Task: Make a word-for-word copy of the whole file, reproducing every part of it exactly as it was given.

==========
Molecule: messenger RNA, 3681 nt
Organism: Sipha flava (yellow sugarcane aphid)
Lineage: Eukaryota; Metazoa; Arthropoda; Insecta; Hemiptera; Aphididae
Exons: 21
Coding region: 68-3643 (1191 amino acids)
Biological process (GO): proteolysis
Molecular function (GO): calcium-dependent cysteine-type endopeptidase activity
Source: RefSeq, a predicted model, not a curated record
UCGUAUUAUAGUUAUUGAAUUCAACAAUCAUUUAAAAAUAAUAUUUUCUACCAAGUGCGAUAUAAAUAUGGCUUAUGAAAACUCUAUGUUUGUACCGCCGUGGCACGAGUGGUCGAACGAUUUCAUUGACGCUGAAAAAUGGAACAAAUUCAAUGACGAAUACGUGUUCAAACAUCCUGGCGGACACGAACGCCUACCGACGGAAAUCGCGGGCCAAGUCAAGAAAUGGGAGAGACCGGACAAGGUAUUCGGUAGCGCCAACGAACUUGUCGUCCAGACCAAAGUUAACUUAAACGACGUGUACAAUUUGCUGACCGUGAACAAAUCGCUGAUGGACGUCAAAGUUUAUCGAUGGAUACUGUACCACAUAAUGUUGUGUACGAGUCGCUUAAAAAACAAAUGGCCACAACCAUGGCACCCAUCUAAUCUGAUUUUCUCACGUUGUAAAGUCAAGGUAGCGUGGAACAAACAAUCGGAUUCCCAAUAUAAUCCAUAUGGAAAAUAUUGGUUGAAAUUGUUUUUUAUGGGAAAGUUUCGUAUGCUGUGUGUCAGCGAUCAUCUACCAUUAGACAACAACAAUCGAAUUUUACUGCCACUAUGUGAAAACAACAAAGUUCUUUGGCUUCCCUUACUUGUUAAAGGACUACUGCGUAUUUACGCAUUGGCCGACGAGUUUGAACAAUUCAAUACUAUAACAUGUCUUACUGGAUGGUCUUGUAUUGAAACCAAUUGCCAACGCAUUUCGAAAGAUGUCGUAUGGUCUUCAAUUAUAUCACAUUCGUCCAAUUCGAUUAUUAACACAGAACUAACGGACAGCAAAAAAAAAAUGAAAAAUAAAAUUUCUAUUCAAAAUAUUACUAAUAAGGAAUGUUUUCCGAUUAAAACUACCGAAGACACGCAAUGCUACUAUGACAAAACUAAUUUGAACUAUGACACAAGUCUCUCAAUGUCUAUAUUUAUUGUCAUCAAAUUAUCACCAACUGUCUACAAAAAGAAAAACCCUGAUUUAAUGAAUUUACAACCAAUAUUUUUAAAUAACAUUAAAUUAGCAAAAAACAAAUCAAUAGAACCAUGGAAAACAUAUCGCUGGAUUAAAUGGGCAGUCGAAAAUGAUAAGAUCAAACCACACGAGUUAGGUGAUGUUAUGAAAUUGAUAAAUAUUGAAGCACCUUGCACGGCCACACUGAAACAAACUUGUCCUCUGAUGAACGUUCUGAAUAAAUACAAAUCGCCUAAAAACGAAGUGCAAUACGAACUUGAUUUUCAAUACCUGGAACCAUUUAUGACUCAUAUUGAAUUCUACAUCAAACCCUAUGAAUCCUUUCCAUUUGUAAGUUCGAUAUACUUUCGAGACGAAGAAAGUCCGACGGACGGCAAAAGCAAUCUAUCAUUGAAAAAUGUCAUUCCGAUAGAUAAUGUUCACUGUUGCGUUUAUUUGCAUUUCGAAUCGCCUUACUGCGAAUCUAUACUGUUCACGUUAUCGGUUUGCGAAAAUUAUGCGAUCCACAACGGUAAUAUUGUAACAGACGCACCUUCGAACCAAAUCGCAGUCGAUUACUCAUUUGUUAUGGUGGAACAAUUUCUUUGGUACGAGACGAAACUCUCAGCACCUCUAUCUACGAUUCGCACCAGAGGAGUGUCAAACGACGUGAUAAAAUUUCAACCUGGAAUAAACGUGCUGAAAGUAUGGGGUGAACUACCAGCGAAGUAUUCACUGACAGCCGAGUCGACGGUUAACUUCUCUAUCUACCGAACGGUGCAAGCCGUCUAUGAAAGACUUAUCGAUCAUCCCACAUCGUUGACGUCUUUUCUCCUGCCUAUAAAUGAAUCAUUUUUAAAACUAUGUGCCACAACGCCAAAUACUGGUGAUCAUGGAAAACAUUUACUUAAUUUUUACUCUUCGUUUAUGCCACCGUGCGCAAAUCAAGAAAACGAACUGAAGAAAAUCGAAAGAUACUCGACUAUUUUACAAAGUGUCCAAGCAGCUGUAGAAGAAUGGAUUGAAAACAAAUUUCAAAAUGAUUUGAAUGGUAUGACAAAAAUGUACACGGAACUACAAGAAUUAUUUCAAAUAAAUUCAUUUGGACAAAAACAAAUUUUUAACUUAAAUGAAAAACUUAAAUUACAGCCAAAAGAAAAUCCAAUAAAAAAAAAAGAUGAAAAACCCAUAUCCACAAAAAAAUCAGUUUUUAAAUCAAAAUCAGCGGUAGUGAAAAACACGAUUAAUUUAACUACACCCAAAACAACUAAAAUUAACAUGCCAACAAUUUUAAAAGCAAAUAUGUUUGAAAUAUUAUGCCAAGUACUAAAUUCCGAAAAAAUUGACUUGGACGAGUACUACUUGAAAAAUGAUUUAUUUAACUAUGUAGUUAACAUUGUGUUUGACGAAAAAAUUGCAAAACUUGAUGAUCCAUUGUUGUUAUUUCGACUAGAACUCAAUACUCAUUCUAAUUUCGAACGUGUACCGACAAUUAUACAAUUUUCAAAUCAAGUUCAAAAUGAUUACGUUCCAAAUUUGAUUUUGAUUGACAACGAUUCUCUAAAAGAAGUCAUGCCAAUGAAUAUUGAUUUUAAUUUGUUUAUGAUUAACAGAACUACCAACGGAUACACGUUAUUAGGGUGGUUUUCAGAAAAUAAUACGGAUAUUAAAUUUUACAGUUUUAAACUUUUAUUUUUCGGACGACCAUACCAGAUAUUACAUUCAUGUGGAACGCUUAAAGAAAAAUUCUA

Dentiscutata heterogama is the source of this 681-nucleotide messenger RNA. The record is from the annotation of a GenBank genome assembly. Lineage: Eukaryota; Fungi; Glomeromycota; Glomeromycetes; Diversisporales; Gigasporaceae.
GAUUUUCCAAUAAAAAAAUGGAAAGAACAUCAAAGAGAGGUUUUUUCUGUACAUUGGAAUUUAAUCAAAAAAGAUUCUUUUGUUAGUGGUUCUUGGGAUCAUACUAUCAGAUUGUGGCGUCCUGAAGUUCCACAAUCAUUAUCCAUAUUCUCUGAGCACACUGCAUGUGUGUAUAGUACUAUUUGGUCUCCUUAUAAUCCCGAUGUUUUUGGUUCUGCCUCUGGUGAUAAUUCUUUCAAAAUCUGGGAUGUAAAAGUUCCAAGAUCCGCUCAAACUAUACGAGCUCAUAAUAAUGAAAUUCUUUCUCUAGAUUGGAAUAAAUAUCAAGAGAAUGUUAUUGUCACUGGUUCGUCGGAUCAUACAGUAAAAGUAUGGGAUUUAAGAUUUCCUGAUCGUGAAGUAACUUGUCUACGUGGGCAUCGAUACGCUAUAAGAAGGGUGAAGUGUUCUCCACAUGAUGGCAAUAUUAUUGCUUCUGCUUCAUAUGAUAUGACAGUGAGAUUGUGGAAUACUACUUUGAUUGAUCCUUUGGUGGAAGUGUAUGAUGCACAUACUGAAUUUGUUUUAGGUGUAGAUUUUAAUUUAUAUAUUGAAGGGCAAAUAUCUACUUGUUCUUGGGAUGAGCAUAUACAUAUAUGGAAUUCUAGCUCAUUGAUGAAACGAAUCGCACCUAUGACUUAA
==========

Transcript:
Molecule: messenger RNA, 3681 nt
Organism: Sipha flava (yellow sugarcane aphid)
Lineage: Eukaryota; Metazoa; Arthropoda; Insecta; Hemiptera; Aphididae
Exons: 21
Coding region: 68-3643 (1191 amino acids)
Biological process (GO): proteolysis
Molecular function (GO): calcium-dependent cysteine-type endopeptidase activity
Source: RefSeq, a predicted model, not a curated record
UCGUAUUAUAGUUAUUGAAUUCAACAAUCAUUUAAAAAUAAUAUUUUCUACCAAGUGCGAUAUAAAUAUGGCUUAUGAAAACUCUAUGUUUGUACCGCCGUGGCACGAGUGGUCGAACGAUUUCAUUGACGCUGAAAAAUGGAACAAAUUCAAUGACGAAUACGUGUUCAAACAUCCUGGCGGACACGAACGCCUACCGACGGAAAUCGCGGGCCAAGUCAAGAAAUGGGAGAGACCGGACAAGGUAUUCGGUAGCGCCAACGAACUUGUCGUCCAGACCAAAGUUAACUUAAACGACGUGUACAAUUUGCUGACCGUGAACAAAUCGCUGAUGGACGUCAAAGUUUAUCGAUGGAUACUGUACCACAUAAUGUUGUGUACGAGUCGCUUAAAAAACAAAUGGCCACAACCAUGGCACCCAUCUAAUCUGAUUUUCUCACGUUGUAAAGUCAAGGUAGCGUGGAACAAACAAUCGGAUUCCCAAUAUAAUCCAUAUGGAAAAUAUUGGUUGAAAUUGUUUUUUAUGGGAAAGUUUCGUAUGCUGUGUGUCAGCGAUCAUCUACCAUUAGACAACAACAAUCGAAUUUUACUGCCACUAUGUGAAAACAACAAAGUUCUUUGGCUUCCCUUACUUGUUAAAGGACUACUGCGUAUUUACGCAUUGGCCGACGAGUUUGAACAAUUCAAUACUAUAACAUGUCUUACUGGAUGGUCUUGUAUUGAAACCAAUUGCCAACGCAUUUCGAAAGAUGUCGUAUGGUCUUCAAUUAUAUCACAUUCGUCCAAUUCGAUUAUUAACACAGAACUAACGGACAGCAAAAAAAAAAUGAAAAAUAAAAUUUCUAUUCAAAAUAUUACUAAUAAGGAAUGUUUUCCGAUUAAAACUACCGAAGACACGCAAUGCUACUAUGACAAAACUAAUUUGAACUAUGACACAAGUCUCUCAAUGUCUAUAUUUAUUGUCAUCAAAUUAUCACCAACUGUCUACAAAAAGAAAAACCCUGAUUUAAUGAAUUUACAACCAAUAUUUUUAAAUAACAUUAAAUUAGCAAAAAACAAAUCAAUAGAACCAUGGAAAACAUAUCGCUGGAUUAAAUGGGCAGUCGAAAAUGAUAAGAUCAAACCACACGAGUUAGGUGAUGUUAUGAAAUUGAUAAAUAUUGAAGCACCUUGCACGGCCACACUGAAACAAACUUGUCCUCUGAUGAACGUUCUGAAUAAAUACAAAUCGCCUAAAAACGAAGUGCAAUACGAACUUGAUUUUCAAUACCUGGAACCAUUUAUGACUCAUAUUGAAUUCUACAUCAAACCCUAUGAAUCCUUUCCAUUUGUAAGUUCGAUAUACUUUCGAGACGAAGAAAGUCCGACGGACGGCAAAAGCAAUCUAUCAUUGAAAAAUGUCAUUCCGAUAGAUAAUGUUCACUGUUGCGUUUAUUUGCAUUUCGAAUCGCCUUACUGCGAAUCUAUACUGUUCACGUUAUCGGUUUGCGAAAAUUAUGCGAUCCACAACGGUAAUAUUGUAACAGACGCACCUUCGAACCAAAUCGCAGUCGAUUACUCAUUUGUUAUGGUGGAACAAUUUCUUUGGUACGAGACGAAACUCUCAGCACCUCUAUCUACGAUUCGCACCAGAGGAGUGUCAAACGACGUGAUAAAAUUUCAACCUGGAAUAAACGUGCUGAAAGUAUGGGGUGAACUACCAGCGAAGUAUUCACUGACAGCCGAGUCGACGGUUAACUUCUCUAUCUACCGAACGGUGCAAGCCGUCUAUGAAAGACUUAUCGAUCAUCCCACAUCGUUGACGUCUUUUCUCCUGCCUAUAAAUGAAUCAUUUUUAAAACUAUGUGCCACAACGCCAAAUACUGGUGAUCAUGGAAAACAUUUACUUAAUUUUUACUCUUCGUUUAUGCCACCGUGCGCAAAUCAAGAAAACGAACUGAAGAAAAUCGAAAGAUACUCGACUAUUUUACAAAGUGUCCAAGCAGCUGUAGAAGAAUGGAUUGAAAACAAAUUUCAAAAUGAUUUGAAUGGUAUGACAAAAAUGUACACGGAACUACAAGAAUUAUUUCAAAUAAAUUCAUUUGGACAAAAACAAAUUUUUAACUUAAAUGAAAAACUUAAAUUACAGCCAAAAGAAAAUCCAAUAAAAAAAAAAGAUGAAAAACCCAUAUCCACAAAAAAAUCAGUUUUUAAAUCAAAAUCAGCGGUAGUGAAAAACACGAUUAAUUUAACUACACCCAAAACAACUAAAAUUAACAUGCCAACAAUUUUAAAAGCAAAUAUGUUUGAAAUAUUAUGCCAAGUACUAAAUUCCGAAAAAAUUGACUUGGACGAGUACUACUUGAAAAAUGAUUUAUUUAACUAUGUAGUUAACAUUGUGUUUGACGAAAAAAUUGCAAAACUUGAUGAUCCAUUGUUGUUAUUUCGACUAGAACUCAAUACUCAUUCUAAUUUCGAACGUGUACCGACAAUUAUACAAUUUUCAAAUCAAGUUCAAAAUGAUUACGUUCCAAAUUUGAUUUUGAUUGACAACGAUUCUCUAAAAGAAGUCAUGCCAAUGAAUAUUGAUUUUAAUUUGUUUAUGAUUAACAGAACUACCAACGGAUACACGUUAUUAGGGUGGUUUUCAGAAAAUAAUACGGAUAUUAAAUUUUACAGUUUUAAACUUUUAUUUUUCGGACGACCAUACCAGAUAUUACAUUCAUGUGGAACGCUUAAAGAAAAAUUCUA

Dentiscutata heterogama is the source of this 681-nucleotide messenger RNA. The record is from the annotation of a GenBank genome assembly. Lineage: Eukaryota; Fungi; Glomeromycota; Glomeromycetes; Diversisporales; Gigasporaceae.
GAUUUUCCAAUAAAAAAAUGGAAAGAACAUCAAAGAGAGGUUUUUUCUGUACAUUGGAAUUUAAUCAAAAAAGAUUCUUUUGUUAGUGGUUCUUGGGAUCAUACUAUCAGAUUGUGGCGUCCUGAAGUUCCACAAUCAUUAUCCAUAUUCUCUGAGCACACUGCAUGUGUGUAUAGUACUAUUUGGUCUCCUUAUAAUCCCGAUGUUUUUGGUUCUGCCUCUGGUGAUAAUUCUUUCAAAAUCUGGGAUGUAAAAGUUCCAAGAUCCGCUCAAACUAUACGAGCUCAUAAUAAUGAAAUUCUUUCUCUAGAUUGGAAUAAAUAUCAAGAGAAUGUUAUUGUCACUGGUUCGUCGGAUCAUACAGUAAAAGUAUGGGAUUUAAGAUUUCCUGAUCGUGAAGUAACUUGUCUACGUGGGCAUCGAUACGCUAUAAGAAGGGUGAAGUGUUCUCCACAUGAUGGCAAUAUUAUUGCUUCUGCUUCAUAUGAUAUGACAGUGAGAUUGUGGAAUACUACUUUGAUUGAUCCUUUGGUGGAAGUGUAUGAUGCACAUACUGAAUUUGUUUUAGGUGUAGAUUUUAAUUUAUAUAUUGAAGGGCAAAUAUCUACUUGUUCUUGGGAUGAGCAUAUACAUAUAUGGAAUUCUAGCUCAUUGAUGAAACGAAUCGCACCUAUGACUUAA